Tagged With privacy


Browser extensions are fantastic but, as superheroes have taught us, with great power comes great responsibility. Malicious developers can hide bad behaviour inside useful extensions and when they slip through the screening process, the only option left to the likes of Mozilla and Google is to ban them. Mozilla has updated its blocked add-on list and it includes an extension the company itself gave the thumbs-up just this week.


Do you have any idea whether you’re “safe” online? Online security and privacy are complicated, and risks vary by person: You might worry about getting harassed, hacked, or your boss finding your terrible old blog posts and using them as an excuse to fire you. Crash Override’s Automated Cybersecurity Helper helps you secure your accounts according to your needs, and it guides you one step at a time so you don’t get overwhelmed.


If you’ve ever experienced that eerie moment where you’ve been chatting about needing a new pair of shoes, then see an ad for a shoe sale in the middle of your social media feed just a few minutes later, you’ve likely wondered just how much our devices are listening in without us realising. Whether or not that’s happened to you, privacy and security are concerns for us all, and it’s important to know what our devices are up to.


Given all the controversy surrounding Facebook and how third parties have been slurping up up our data and using it in ways that fall outside their terms and conditions, it would have seemed prudent to hang back from releasing any new services that might be considered sensitive. But Facebook is pushing forward with testing of its new dating service.


Amid mounting pressure from privacy activists and a public concerned by how their medical data will be used, Health Minister Greg Hunt has announced a number of changes to be made to the My Health Record rollout, from what happens when you cancel a record to restrictions around who can access the data.


At least one driver working for Uber has been livestreaming passengers without their consent, according to a recent story in the St Louis Post-Dispatch. Viewers on Twitch have been rating the female passengers, speculating about incomes, and chatting about the marriages and personal lives of unsuspecting users of the ridesharing service.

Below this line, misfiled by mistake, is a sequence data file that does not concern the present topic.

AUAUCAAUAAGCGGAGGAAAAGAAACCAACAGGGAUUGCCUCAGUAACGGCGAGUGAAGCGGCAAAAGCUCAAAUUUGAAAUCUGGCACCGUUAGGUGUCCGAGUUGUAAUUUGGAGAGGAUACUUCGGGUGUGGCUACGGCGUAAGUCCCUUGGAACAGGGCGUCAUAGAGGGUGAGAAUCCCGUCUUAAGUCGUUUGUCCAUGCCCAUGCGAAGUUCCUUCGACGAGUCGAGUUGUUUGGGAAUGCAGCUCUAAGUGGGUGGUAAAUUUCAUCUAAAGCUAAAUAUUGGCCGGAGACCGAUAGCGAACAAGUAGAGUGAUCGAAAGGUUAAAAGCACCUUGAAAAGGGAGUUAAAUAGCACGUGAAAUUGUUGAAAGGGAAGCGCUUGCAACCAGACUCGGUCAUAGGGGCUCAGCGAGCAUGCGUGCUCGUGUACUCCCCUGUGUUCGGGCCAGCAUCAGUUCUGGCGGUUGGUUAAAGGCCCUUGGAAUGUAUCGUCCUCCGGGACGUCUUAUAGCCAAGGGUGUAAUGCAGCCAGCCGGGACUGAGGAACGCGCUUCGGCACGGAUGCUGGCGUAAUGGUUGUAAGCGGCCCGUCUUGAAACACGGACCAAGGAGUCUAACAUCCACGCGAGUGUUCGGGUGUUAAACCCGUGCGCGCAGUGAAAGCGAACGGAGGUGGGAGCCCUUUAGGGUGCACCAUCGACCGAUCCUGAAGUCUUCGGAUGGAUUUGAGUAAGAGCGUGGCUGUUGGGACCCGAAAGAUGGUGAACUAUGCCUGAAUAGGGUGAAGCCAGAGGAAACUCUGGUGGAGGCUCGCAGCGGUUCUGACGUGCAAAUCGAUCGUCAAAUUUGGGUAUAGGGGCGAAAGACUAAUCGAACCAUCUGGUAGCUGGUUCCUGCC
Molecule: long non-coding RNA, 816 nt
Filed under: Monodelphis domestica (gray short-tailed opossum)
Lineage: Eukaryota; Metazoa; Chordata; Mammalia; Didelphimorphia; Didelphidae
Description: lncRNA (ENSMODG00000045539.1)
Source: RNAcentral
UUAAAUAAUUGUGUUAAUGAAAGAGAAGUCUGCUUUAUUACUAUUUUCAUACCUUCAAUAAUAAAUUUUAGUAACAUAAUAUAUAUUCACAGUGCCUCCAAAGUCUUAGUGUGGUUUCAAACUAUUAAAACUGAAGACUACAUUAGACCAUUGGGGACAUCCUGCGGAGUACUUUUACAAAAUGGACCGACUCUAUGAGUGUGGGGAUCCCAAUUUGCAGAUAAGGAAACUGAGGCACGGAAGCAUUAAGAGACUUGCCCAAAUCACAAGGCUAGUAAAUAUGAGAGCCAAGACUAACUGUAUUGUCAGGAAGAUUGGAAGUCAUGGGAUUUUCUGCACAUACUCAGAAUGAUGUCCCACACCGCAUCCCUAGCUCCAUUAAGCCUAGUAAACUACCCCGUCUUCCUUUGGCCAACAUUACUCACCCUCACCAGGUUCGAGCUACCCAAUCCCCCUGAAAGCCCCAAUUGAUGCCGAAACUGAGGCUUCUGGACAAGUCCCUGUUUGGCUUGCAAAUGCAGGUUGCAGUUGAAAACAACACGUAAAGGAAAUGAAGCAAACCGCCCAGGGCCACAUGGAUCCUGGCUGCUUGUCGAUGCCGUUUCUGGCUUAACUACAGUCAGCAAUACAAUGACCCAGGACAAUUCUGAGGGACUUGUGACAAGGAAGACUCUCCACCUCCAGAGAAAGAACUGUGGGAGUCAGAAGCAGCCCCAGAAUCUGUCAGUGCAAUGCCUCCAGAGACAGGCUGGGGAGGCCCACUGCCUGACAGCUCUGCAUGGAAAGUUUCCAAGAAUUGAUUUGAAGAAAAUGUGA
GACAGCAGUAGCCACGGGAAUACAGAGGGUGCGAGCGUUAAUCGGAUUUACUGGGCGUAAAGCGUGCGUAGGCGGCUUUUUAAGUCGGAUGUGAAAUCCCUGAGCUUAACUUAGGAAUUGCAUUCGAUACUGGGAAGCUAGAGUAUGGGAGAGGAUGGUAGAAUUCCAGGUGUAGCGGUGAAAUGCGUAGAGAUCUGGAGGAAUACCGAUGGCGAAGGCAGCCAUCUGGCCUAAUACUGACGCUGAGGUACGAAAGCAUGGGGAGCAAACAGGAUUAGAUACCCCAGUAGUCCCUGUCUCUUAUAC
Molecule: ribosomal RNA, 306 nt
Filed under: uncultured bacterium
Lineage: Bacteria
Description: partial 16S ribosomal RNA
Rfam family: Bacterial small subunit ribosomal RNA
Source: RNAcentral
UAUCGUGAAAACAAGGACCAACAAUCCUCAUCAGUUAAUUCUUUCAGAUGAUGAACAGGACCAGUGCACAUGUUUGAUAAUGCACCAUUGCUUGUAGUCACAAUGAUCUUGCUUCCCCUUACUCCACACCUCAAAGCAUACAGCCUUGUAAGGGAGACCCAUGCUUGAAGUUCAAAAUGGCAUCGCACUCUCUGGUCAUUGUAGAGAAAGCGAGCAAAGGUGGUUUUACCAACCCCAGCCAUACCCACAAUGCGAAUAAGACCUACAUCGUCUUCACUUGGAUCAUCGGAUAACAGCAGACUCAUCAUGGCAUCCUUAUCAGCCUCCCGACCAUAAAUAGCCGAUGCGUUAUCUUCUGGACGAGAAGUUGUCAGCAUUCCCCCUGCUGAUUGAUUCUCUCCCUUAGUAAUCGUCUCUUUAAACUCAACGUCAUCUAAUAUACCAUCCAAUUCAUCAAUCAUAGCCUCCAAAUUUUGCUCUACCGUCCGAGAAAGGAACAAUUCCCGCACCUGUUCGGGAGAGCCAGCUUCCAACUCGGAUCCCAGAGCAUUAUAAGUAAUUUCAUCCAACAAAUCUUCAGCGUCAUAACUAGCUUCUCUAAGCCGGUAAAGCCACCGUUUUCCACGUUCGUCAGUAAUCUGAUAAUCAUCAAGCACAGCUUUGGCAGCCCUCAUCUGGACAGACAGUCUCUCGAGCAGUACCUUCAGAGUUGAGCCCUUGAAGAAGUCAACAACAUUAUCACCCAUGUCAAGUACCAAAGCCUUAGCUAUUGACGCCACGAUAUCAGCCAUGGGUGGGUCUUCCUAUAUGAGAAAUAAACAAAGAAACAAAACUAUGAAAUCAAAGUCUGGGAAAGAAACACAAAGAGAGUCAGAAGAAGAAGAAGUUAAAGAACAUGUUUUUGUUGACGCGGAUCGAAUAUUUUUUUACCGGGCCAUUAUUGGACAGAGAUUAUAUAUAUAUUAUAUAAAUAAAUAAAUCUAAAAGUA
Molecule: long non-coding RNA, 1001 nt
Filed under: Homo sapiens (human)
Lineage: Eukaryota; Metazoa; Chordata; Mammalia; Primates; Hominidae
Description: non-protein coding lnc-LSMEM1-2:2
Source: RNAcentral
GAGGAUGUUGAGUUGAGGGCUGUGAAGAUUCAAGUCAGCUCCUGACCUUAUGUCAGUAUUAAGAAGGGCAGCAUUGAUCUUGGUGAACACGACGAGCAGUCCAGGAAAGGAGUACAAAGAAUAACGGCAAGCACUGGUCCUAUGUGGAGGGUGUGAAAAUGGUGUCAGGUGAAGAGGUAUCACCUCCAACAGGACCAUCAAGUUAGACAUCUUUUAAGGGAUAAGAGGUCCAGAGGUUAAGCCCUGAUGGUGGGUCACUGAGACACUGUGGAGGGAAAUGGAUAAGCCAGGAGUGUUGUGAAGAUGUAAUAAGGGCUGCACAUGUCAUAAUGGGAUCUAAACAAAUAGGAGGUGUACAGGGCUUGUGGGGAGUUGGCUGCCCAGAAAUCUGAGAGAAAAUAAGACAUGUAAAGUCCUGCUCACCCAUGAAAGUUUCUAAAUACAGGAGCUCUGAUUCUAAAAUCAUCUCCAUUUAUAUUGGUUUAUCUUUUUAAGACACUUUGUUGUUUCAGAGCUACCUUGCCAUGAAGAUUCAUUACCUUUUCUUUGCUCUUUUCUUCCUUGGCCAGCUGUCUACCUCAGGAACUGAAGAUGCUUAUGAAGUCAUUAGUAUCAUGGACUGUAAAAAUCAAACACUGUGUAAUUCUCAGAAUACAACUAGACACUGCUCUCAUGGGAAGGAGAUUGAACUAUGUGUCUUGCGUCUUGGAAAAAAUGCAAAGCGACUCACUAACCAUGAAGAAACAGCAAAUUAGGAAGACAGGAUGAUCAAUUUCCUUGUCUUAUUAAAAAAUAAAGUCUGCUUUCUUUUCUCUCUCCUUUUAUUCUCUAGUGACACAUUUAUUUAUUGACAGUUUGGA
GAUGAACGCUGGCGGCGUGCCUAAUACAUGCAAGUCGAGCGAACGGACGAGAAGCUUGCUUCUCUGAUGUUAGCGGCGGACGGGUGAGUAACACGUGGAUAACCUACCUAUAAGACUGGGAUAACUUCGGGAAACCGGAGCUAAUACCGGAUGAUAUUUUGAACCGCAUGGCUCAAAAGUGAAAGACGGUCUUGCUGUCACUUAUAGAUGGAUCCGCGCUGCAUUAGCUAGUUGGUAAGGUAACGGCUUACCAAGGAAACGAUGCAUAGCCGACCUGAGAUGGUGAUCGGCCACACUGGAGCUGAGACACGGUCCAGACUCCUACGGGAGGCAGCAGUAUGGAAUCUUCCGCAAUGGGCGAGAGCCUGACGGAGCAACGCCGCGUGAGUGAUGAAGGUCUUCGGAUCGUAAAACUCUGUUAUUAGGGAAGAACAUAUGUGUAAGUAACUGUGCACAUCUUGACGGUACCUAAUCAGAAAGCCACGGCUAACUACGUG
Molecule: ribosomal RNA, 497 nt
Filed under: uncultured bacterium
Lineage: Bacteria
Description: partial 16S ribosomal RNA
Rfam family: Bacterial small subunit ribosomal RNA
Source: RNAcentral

We ask a lot of Facebook. On one hand we want the social media giant to make it easier for us to communicate with our friends and to better engage with our community. We also see it as an entertainment platform and even as a proxy for trashy magazines as we read weird stories and complete some goofy quizzes. But many of us also expect it to be a reliable news source that doesn't spread disinformation. Now that the furore over the Cambridge Analytica scandal has receded, it's time to look at whether things are any better and what Facebook is doing.


A dad named Jack R. says just about every week, his 9-year-old son asks if he can use the app Musical.ly. His son's best friend has been telling him that everyone at school has an account. After hearing the kid beg all summer, Jack finally decided to download it onto his own phone and sign up himself so that he could look into the privacy settings and "see how stranger-danger it was."

When he entered his gender (male) and birthday (he's 32), Jack says he was bombarded with content he never expected.


July 16 marks the start of the three-month period in which Australians can opt-out of the government's My Health Record. Planned as an "online summary of your health information" that "can be accessed at any time by you and your healthcare providers", there are no guarantees about how your data will be used by said providers. Here's what you need to know about MHR and how to opt-out if privacy is your main concern.


Android: Sometimes you want to watch a video on YouTube and not have it show up in your history. For those moments when you need to go undercover, YouTube recently added an Incognito mode that makes it easier to watch videos without leaving a trace.


Opening your phone with your fingerprint or facial recognition is cool and convenient. But it also means people can easily unlock your phone without permission - while in the process of being robbed say, or if you're arrested on suspicion of committing a crime yourself. Thankfully iOS and Android let you temporarily turn off fingerprint or face recognition with several different methods.


It's been just over a year since Strava was found to be publishing data that could be used to discern the location of secret military bases. The Polar Flow app, used by owners of Polar fitness devices has been found to make the same sort of data publicly accessible. While this is a great way to see where other people are running or riding, this feature can be used to locate people who are meant to be keeping a low profile and even allow their identities to be revealed.